In early November 2018, the Food and Drug Administration (FDA), in conjunction with the Centers for Disease Control and Prevention (CDC), state partners and Canadian Officials (Public Health Agency of Canada and Canadian Food Inspection Agency) began to investigate an outbreak of E. coli O157:H7 infections in multiple U.S. states and Canadian provinces.
This outbreak was declared over in the U.S. by the CDC on January 9, 2019. In total, there were 62 reported illnesses in 16 states and the District of Columbia, resulting in 25 hospitalizations and two cases of hemolytic uremic syndrome (HUS). There were no deaths.
Today, FDA releases an overview of the investigation that led the agency to issue a public health advisory shortly before Thanksgiving warning consumers not to eat romaine lettuce and asking the industry to remove these greens from store shelves.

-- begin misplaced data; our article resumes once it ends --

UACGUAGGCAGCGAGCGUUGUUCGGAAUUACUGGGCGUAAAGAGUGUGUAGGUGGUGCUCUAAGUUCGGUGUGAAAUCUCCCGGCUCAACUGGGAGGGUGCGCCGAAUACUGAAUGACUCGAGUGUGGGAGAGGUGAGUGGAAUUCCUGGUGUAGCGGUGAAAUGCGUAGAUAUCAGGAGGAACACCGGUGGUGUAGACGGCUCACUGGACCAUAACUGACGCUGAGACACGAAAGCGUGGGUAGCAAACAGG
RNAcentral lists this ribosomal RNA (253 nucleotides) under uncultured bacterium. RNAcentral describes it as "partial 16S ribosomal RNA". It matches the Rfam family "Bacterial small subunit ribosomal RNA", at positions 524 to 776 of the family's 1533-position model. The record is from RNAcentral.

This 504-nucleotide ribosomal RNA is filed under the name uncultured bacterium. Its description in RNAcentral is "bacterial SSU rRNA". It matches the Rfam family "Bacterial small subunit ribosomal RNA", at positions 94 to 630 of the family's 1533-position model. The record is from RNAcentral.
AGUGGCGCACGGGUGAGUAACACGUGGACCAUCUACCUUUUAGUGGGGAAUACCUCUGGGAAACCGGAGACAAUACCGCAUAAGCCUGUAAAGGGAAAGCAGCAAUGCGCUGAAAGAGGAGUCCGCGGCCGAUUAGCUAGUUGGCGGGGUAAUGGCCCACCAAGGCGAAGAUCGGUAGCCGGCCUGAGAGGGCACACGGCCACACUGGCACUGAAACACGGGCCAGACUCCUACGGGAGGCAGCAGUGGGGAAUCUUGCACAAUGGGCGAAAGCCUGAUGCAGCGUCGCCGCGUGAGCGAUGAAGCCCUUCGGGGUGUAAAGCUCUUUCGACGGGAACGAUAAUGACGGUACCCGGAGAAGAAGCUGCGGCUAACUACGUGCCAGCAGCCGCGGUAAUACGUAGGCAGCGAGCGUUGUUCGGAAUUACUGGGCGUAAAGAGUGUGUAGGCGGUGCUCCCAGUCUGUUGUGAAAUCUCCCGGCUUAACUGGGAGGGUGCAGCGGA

Ultimately, one farm located in Santa Maria in Santa Barbara County, California, was found to have an environmental sample that tested positive for the presence of the outbreak strain of E. coli O157:H7.
This farm, identified in multiple legs of the U.S. and Canadian traceback investigations, was also identified as one of the potential suppliers of leafy greens or romaine lettuce associated with a 2017 outbreak.
While there is no evidence to indicate that this farm is the sole source, the outbreak strain of E. coli O157:H7 was not detected in any other samples collected during this investigation.
The report details how the investigation was conducted and describes its findings.
- Investigation Summary: Factors Potentially Contributing to the Contamination of Romaine Lettuce Implicated in the Fall 2018 Multi-State Outbreak of E. coli O157:H7
- FDA Continues Investigation into Source of E. coli O157:H7 Outbreak Linked to Romaine Lettuce Grown in CA; CDC Reports End to Associated Illnesses